Demolishing more than history as city moves forward with arena location

Julia+Castillo+lives+in+the+apartments+at+the+corner+of+Overland+Avenue+and+Chuhuahua+Street.+The+apartment+complex+sits+in+the+center+of+the+area+El+Paso+has+approved+to+be+demolished+for+a+new+arena.+Castillo+is+not+sure+when+she%E2%80%99ll+have+to+leave+her+apartment.+

Michaela Roman

Julia Castillo lives in the apartments at the corner of Overland Avenue and Chuhuahua Street. The apartment complex sits in the center of the area El Paso has approved to be demolished for a new arena. Castillo is not sure when she’ll have to leave her apartment.

Michaela Román, Editor-In-Chief

Editor’s note: This is the first part of a three-part series on the Save the Union Plaza efforts. The quotes from Salvador Ortiz have been translated from Spanish.

Just south of the Chihuahuas’ Southwest University Park and the Union Plaza bar scene of downtown El Paso sits four blocks of quiet houses, small businesses and apartment complexes.

The neighborhood—once referred to as “Durangito” because of immigrants residing there from Durango, Mexico in the early 1900s—might be demolished to make room for the foundation of a new arena. 

In 2012, the citizens of El Paso voted to pass a quality of life bond. The bond included the creation of a Hispanic Cultural Center, a city swimming pool, libraries and—the most expensive effort—a $180-million multipurpose arena.

On Thursday, Oct. 13, the city announced they were going forward with the arena and moving to acquire the area south of Civic Center Plaza; which includes the Convention Center and the Abraham Chavez Theater. The following Tuesday, Oct. 18, city council voted to approve the arena’s proposed location. El Paso Mayor Oscar Leeser stated that he does not support the use of eminent domain when city council proposed the arena’s location.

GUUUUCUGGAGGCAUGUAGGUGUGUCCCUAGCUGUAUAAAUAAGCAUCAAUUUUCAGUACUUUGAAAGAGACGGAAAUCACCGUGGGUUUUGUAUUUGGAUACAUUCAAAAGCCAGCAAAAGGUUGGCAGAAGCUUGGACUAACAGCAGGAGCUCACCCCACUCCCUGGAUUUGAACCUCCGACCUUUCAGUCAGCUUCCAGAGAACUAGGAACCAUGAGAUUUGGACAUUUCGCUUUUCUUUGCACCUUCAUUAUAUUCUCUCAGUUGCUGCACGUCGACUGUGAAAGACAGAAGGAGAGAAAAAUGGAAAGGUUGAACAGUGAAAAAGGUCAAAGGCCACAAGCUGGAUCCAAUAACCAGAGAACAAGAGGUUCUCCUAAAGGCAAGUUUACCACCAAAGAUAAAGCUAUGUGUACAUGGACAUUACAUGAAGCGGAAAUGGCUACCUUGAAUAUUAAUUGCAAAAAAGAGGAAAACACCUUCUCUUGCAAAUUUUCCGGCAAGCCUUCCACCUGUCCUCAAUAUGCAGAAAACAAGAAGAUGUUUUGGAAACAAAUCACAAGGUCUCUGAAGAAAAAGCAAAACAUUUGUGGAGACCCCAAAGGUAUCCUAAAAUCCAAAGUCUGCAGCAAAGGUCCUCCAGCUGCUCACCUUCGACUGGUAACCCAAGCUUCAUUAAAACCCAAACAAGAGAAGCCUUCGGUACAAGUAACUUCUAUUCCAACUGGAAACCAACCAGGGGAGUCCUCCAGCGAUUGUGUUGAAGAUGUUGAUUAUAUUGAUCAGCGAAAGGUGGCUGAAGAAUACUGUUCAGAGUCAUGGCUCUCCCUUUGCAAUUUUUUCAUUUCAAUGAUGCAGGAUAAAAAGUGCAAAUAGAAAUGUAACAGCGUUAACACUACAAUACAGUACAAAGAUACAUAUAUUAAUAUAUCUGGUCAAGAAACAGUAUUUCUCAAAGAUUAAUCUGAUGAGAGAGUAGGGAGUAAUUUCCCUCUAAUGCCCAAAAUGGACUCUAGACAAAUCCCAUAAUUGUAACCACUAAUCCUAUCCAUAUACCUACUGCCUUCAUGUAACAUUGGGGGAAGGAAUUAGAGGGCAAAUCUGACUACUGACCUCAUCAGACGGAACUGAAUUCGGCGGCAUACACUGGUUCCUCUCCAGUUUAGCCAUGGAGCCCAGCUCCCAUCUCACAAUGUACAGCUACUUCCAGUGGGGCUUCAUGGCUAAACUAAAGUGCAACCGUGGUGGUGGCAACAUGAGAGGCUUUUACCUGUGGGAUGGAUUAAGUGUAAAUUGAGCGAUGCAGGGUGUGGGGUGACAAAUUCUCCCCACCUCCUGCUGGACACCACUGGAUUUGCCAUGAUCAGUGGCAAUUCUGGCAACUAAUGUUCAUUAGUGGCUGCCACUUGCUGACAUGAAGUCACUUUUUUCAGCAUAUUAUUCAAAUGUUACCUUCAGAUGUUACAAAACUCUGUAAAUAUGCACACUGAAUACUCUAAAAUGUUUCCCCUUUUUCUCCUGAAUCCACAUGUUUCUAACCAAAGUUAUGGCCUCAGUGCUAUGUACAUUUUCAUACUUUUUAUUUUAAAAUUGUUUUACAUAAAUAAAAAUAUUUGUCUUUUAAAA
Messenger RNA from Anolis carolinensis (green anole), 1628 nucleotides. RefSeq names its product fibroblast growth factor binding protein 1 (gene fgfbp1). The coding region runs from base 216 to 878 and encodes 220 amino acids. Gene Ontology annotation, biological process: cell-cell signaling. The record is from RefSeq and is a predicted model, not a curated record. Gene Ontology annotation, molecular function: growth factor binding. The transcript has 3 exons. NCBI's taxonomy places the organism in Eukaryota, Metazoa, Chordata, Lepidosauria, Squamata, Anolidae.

The approved area is bordered by West Paisano Street on the south side, Leon Street on the west side, West San Antonio Avenue on the north side and South Santa Fe Street on the east side. 

City attorney Sylvia Borunda Firth assured there were no historically designated buildings in the area. But Miguel Juárez, doctoral candidate in borderlands history, said there are buildings eligible to qualify as historic, but were only identified as important by the city. They were never actually registered with the state or federal government.

Since there are no contributing buildings registered, city council could move forward with the location for the arena.